Thank you for this wonderful explanation. However, I don’t know calculus. So can you explain some of these relationships between radius, circumference, area, circle, sphere surface area, and sphere volume in other terms, possible algebraic or geometric?

    To me, pi is the factor that accounts for the curvature of a circle as opposed to the straight lines of a square. That is, instead of four times the side of a square, which gives you the perimeter of that square, you use pi times the side(side being equal to diameter of inscribed circle) to give you the circumference of the inscribed circle.
    ie: circumference = 2πr = πD perimeter = 4D Circle/Square = πD/4D =π/4

    Should not this relationship, somehow, carry through to a sphere vs a cube??

  9. Angel says:


    There is no algebraic explanation for it given that it’s a circle, or namely, a curve.

    Say we have a cube C with an inscribed sphere P in it. We know V(P)=4pi*r^3/3 and V(C)=s^3, with s=2r=d, so that V(C)=(2r)^3=8r^3. If you want the ratio of the volume of P to the volume of C, then:


    If you want to do the same for the area as you did with the circles and squares, then:

    S(C)=6s^2=6(2r)^2=24r^2; S(P)=4pi*r^2. You want the ratio, so:

    S(P)/S(C)=4pi*r^2/24r^2=pi/6, which equals the ratio in volumes as well.

    Circumference and perimeter are not directly related to surface area here nor to volumes, so that’s why pi/4 cannot be brought over. However, because the surface areas are directly related to each other via intergration/differentiation, we can still see a common ratio. The are of a circle differs from the area of a sphere, and so does the area of square from that of a cube. If you were to obtain circumference from a sphere based on surface area, for instance, the formula would be (after much simplification) C=8pi*r, which is 4 times bigger than 2pi*r . Taking the perimeter of a cube based on its surface area, would give us P=48r, which is 6 times bigger than the usual 8r.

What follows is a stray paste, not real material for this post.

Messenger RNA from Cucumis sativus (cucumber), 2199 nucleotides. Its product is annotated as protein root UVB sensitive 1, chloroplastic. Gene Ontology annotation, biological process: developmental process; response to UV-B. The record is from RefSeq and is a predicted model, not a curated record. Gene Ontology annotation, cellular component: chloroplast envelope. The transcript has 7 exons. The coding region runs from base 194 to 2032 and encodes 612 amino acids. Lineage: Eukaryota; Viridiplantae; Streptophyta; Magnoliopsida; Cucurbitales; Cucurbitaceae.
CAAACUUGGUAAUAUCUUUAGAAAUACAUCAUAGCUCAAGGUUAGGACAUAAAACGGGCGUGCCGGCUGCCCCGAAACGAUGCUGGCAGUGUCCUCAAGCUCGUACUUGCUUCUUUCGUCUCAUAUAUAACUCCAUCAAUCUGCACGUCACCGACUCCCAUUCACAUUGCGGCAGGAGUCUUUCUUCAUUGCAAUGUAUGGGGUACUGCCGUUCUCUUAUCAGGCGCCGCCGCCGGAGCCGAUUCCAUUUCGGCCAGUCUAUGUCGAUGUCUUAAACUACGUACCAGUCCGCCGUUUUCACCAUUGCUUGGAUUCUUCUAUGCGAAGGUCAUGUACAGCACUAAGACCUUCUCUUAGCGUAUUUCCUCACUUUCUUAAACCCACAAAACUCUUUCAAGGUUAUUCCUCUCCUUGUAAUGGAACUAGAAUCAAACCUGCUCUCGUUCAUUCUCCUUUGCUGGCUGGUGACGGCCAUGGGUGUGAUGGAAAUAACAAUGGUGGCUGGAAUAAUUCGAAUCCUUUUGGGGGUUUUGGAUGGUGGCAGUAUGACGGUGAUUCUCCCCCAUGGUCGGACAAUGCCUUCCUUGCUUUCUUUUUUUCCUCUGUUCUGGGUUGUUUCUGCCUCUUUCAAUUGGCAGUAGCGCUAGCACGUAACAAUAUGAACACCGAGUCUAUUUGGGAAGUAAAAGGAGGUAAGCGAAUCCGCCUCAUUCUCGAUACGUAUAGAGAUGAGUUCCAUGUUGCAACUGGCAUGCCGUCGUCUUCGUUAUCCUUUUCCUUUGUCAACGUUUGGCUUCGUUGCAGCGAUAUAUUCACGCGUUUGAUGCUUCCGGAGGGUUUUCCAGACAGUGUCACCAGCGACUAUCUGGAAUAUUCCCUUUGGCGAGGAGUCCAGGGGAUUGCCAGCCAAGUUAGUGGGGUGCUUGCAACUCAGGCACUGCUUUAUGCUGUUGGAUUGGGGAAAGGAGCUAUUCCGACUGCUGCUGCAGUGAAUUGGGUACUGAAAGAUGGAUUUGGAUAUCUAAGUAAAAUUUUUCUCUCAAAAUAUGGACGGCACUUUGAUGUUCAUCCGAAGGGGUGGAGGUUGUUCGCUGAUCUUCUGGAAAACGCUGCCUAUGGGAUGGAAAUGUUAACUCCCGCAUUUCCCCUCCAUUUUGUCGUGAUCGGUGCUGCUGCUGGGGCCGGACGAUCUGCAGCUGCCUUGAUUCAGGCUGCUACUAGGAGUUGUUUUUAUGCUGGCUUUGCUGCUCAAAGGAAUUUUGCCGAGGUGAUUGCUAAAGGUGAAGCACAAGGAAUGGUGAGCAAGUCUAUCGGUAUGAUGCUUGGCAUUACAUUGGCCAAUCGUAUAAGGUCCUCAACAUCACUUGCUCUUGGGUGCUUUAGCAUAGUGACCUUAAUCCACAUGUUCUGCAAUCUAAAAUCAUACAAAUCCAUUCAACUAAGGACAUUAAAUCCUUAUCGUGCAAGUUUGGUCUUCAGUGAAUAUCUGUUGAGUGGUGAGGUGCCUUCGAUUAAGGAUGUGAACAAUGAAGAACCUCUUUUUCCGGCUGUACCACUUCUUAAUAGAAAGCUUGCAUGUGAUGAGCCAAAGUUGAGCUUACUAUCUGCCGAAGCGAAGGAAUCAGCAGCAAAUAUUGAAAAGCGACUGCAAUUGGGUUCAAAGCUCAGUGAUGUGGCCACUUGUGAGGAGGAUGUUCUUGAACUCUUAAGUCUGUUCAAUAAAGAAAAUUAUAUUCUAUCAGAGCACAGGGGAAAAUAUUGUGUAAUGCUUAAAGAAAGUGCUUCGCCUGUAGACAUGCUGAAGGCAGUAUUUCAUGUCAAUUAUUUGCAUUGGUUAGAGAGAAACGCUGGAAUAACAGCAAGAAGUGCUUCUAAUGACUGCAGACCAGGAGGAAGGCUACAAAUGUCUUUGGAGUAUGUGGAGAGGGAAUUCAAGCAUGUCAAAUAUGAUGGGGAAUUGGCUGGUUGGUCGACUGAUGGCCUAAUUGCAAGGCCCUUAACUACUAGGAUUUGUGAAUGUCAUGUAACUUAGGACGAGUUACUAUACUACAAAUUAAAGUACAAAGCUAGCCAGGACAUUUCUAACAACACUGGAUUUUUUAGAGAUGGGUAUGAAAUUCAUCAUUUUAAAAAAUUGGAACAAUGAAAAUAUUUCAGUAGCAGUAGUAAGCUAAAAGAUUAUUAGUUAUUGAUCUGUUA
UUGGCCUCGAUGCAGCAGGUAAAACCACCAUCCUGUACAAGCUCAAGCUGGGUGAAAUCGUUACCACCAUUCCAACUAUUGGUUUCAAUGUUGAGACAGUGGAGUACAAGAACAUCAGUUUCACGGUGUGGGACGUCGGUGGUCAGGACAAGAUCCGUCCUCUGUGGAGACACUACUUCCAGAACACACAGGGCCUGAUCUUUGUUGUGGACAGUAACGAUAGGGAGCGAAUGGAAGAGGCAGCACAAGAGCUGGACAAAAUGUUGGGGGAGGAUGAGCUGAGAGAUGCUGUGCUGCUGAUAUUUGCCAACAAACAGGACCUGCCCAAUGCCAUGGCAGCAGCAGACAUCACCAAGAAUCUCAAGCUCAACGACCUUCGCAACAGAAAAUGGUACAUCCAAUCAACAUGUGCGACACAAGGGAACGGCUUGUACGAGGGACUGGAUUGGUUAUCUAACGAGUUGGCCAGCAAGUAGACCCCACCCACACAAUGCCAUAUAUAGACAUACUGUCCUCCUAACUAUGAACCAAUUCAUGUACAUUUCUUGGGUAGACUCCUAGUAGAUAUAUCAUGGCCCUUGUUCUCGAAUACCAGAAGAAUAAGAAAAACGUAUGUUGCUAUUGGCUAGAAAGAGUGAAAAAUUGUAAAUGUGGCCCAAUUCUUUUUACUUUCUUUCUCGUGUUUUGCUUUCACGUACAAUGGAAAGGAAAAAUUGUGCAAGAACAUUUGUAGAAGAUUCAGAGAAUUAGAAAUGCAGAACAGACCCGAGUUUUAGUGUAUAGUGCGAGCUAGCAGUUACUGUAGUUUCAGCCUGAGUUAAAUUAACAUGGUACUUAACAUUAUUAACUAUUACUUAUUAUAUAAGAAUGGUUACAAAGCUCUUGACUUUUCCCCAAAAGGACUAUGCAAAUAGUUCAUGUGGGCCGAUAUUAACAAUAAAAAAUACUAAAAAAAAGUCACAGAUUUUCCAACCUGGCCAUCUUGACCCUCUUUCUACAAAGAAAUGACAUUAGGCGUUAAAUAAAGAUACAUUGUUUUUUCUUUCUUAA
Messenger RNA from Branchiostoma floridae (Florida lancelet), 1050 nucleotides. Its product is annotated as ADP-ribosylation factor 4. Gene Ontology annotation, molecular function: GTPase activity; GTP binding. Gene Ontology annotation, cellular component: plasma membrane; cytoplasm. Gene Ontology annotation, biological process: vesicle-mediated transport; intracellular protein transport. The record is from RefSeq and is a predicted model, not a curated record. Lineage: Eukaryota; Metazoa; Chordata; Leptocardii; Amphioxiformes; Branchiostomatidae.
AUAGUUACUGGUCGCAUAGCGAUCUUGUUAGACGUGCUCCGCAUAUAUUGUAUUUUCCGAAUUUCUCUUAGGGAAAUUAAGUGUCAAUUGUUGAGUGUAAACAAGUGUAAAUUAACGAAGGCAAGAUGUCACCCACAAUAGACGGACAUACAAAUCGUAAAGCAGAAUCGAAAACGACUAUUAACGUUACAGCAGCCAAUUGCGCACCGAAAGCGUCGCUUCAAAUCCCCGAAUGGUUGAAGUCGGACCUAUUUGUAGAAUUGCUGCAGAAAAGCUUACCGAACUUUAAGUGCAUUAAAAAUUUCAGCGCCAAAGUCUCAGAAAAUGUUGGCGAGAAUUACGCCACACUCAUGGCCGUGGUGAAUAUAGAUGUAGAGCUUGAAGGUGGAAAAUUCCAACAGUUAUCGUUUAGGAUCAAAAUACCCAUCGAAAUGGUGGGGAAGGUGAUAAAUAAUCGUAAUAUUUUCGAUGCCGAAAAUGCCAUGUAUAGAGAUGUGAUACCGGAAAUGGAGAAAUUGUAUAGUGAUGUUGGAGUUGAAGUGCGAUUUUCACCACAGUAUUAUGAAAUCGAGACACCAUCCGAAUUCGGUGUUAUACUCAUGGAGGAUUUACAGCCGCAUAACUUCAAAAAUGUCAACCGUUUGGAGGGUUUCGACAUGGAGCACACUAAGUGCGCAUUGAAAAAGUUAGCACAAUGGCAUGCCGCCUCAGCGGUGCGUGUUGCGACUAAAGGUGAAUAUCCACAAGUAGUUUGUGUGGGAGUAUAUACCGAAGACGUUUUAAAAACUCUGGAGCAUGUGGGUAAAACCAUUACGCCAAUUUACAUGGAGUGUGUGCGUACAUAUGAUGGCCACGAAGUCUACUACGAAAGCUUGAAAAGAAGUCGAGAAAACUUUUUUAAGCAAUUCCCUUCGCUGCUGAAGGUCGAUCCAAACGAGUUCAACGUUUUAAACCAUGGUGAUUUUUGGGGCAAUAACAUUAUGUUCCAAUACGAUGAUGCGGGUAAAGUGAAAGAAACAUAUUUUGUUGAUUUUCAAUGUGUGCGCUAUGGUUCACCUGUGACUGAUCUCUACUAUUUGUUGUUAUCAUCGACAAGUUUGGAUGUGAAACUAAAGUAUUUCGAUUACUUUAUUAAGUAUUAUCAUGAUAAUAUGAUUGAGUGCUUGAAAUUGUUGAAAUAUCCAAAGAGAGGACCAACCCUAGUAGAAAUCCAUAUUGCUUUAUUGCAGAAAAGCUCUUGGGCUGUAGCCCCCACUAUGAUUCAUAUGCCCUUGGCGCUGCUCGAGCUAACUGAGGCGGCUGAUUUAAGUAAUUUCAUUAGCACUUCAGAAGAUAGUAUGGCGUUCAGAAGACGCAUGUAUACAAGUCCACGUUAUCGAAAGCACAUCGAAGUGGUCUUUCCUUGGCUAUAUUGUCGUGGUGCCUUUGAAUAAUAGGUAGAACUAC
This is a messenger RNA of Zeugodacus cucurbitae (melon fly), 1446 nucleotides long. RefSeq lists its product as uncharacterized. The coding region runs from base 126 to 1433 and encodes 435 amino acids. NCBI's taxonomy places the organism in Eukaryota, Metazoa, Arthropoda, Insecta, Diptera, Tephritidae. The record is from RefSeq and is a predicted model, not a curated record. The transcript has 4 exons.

Although, you could make the case that because the circumference is now 4 times as big, and the perimeter six times as big, you could use proportions to relate the ratios for sphere:cube and circle:sqaure by 4/6=2/3. Since you obtained pi/4, then the ratio of sphere:cube must be 2/3*pi/4=2pi/12=pi/6, which is what I obtained earlier. So, with the right calculations an proportions, you could relate the ratio of circumference:perimeter to the ratio of sphere’s volume: cube’s volume. Very interesting question.

  10. Ruvian says:

    For everyone, to understand better

    About the part he said
    “If you describe volume, V, in terms of the radius, R, then increasing R will result in an increase in V that’s proportional to the surface area.”
    Means that V/S=R/3, which means the volume and area have a linear relation, even though both are not linear.

    And it can be extended to the 1 and 2 dimensions, which are circumference and area, respectively.
    A/C=R/2, which, the same way, means area and perimeter have a linear relation, even though area is not linear and perimeter is linear.

    To the point: linear is just a concept and it’s relative, like derivative, we need to have another variable to relate with. Knowing V and S have a linear relation => dV/dS=K. And the same way, A and C have a linear relation => dA/dC=K2.

  11. amine cheikh med says:

    why isn’t the area of the sphere also 2 times the antiderivative of the surface of a circle. the way I calculated it , I found it to be 4 time it.

  12. Angel says:

    @anime cheikh med:

    What do you mean ‘also’ 2 times the anti-derivative? The relationship between a particular type of measurement of a sphere to same type of measurement of a circle is always 4, never 2. The volume of a circle would be V=pi*r^3/3 since A=pi*r^2 and V = anti-derivative[A(r)*dr]. Of course, this always turns out to be zero, because the difference in the radius is zero since circles are only two dimensional; that is, the third dimension of a circle, when measured, is z = 0. Note, however, that the theoretical volume of a circle is 4 times smaller than the volume of a sphere, which is V=4pi*r^3/3. Perhaps the better question to ask is: why, in general, is the ratio of a sphere to a circle, both with equal radius, always equal to four?

    Circles with thickness become cylinders: V = pi*r^2*h. If we were to put a sphere on the inside of this cylinder with the same radius, then we would figure out that h=d=2r. Thus, V=2pi*r^3. Now you see that the ratio of the volume of a sphere to the volume of a cylinder is 2/3.